Transport Scotland claims that as the road already cuts through the battlefield, it does not make much difference how it is widened. They say that the damage has been done and any new infrastructure is not going to have an adverse effect.
Their argument is disingenuous. Where the road goes is critical. The problem is that when building to today’s standards there is more involved than creating another strip of tarmac to run alongside the existing road. At Killiecrankie, the upgrade requires a central reservation, a verge at either side, two new lanes, two long lay-bys, three large drainage basins, access roads to the new drainage structures, new off/on roads for a new junction, a number of new bridges over streams and burns, steep embankments, felling of mature trees, dismantling of an earthen sound barrier and more. All the new infrastructure is planned on the part of the battlefield where historians agree the main fighting took place.
At an early stage of the planning, Transport Scotland with consultants, Jacobs, identified the boundaries of the Inventory battlefield. It appears that that is all they did. Had they properly considered the assets which HES has listed within the Inventory boundaries, they would never have arrived at their proposed design.
Transport Scotland’s justification for its damaging plan is the cost benefit in utilising 150,000m3 of filler material, excavated elsewhere on the A9, in Killiecrankie. By creating new infrastructure on the northbound side of the road, excess from elsewhere can be economically re-used. This design predetermines the alignment of the road and everything else, in engineering terms, must follow. When ‘consulted’ during the planning stages, HES said that it was opposed to large earthworks and they should be avoided.
Challenged about the adverse impact on history, heritage and archaeology, Transport Scotland repeats fuzzy arguments with spurious historical evidence. A redoubt known as Lagnabuig and listed in the Inventory as a place where sniping occurred in the early part of the battle, has been airbrushed from Transport Scotland’s assessment of the battlefield.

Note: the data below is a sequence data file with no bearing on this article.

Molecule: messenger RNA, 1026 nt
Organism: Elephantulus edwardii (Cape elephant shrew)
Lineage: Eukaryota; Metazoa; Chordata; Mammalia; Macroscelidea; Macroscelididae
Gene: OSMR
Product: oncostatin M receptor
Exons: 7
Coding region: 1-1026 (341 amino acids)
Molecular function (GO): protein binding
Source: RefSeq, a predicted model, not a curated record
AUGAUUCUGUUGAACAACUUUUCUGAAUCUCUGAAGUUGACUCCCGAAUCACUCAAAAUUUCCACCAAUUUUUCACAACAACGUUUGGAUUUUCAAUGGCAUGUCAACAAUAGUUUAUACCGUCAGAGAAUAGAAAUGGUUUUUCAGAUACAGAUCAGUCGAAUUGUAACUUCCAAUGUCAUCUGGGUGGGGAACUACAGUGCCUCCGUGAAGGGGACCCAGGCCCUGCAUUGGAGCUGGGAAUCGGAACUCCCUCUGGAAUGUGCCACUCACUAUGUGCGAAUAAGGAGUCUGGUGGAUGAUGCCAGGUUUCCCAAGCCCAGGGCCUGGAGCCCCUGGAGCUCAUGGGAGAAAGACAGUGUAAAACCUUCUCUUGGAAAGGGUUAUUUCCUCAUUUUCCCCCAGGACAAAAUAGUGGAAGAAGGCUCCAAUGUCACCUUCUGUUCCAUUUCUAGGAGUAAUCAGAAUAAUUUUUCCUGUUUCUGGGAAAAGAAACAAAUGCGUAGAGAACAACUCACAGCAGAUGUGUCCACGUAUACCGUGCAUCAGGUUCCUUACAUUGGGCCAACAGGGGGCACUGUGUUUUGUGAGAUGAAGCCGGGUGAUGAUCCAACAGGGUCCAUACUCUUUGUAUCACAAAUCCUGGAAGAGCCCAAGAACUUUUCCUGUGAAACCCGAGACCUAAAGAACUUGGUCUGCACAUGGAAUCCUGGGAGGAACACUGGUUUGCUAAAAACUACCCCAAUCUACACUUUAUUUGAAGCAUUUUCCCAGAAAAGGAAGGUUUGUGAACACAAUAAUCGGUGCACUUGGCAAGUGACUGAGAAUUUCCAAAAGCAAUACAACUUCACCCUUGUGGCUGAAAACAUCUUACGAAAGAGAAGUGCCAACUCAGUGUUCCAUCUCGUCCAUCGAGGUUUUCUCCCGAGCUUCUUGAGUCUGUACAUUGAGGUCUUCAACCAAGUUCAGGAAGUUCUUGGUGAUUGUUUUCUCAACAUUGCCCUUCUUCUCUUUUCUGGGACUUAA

Archaeology is shaping up to be something of a battleground. Transport Scotland reached its preferred option for the road without having appointed an archaeological curator. It is only now in the process of giving Perth and Kinross Heritage Trust (PKHT) the role.
There is little doubt that the proposal is light on archaeology. It became known only when the final road plan was revealed that mysterious ‘pits’ had been discovered in the path of the proposed new road. The ‘pits’ may or may not have been burial sites. As only one grave – that of Viscount Dundee – is known of the thousands who died at Killiecrankie, ’pits’ are an emotive subject.
HES in its objection to the proposal recommended that the ‘pits’ were investigated fully and that further archaeological surveys be done along the path of the proposed route. These have now been completed and though the final report is not yet available, the preliminary results showed no human remains.
While the latest archaeology resolves one question, it does not resolve the central issues raised by HES and the other 182 organisations, societies and individuals who submitted objections. Transport Scotland has failed to explore every option to avoid damaging the battlefield. Only when it can prove that these have been exhausted, is a developer allowed to make a damaging proposal.
You can sign the petition:
KilliecrAnkie1689 is a new group that opposes how the planned dual carriageway is to be built on the Killiecrankie battlefield.
KilliecrAnkie1689 is in favour of upgrading the A9 in the interests of safety. But it wants the best route possible for the local community and one that fully respects the sensitive area of the battle site.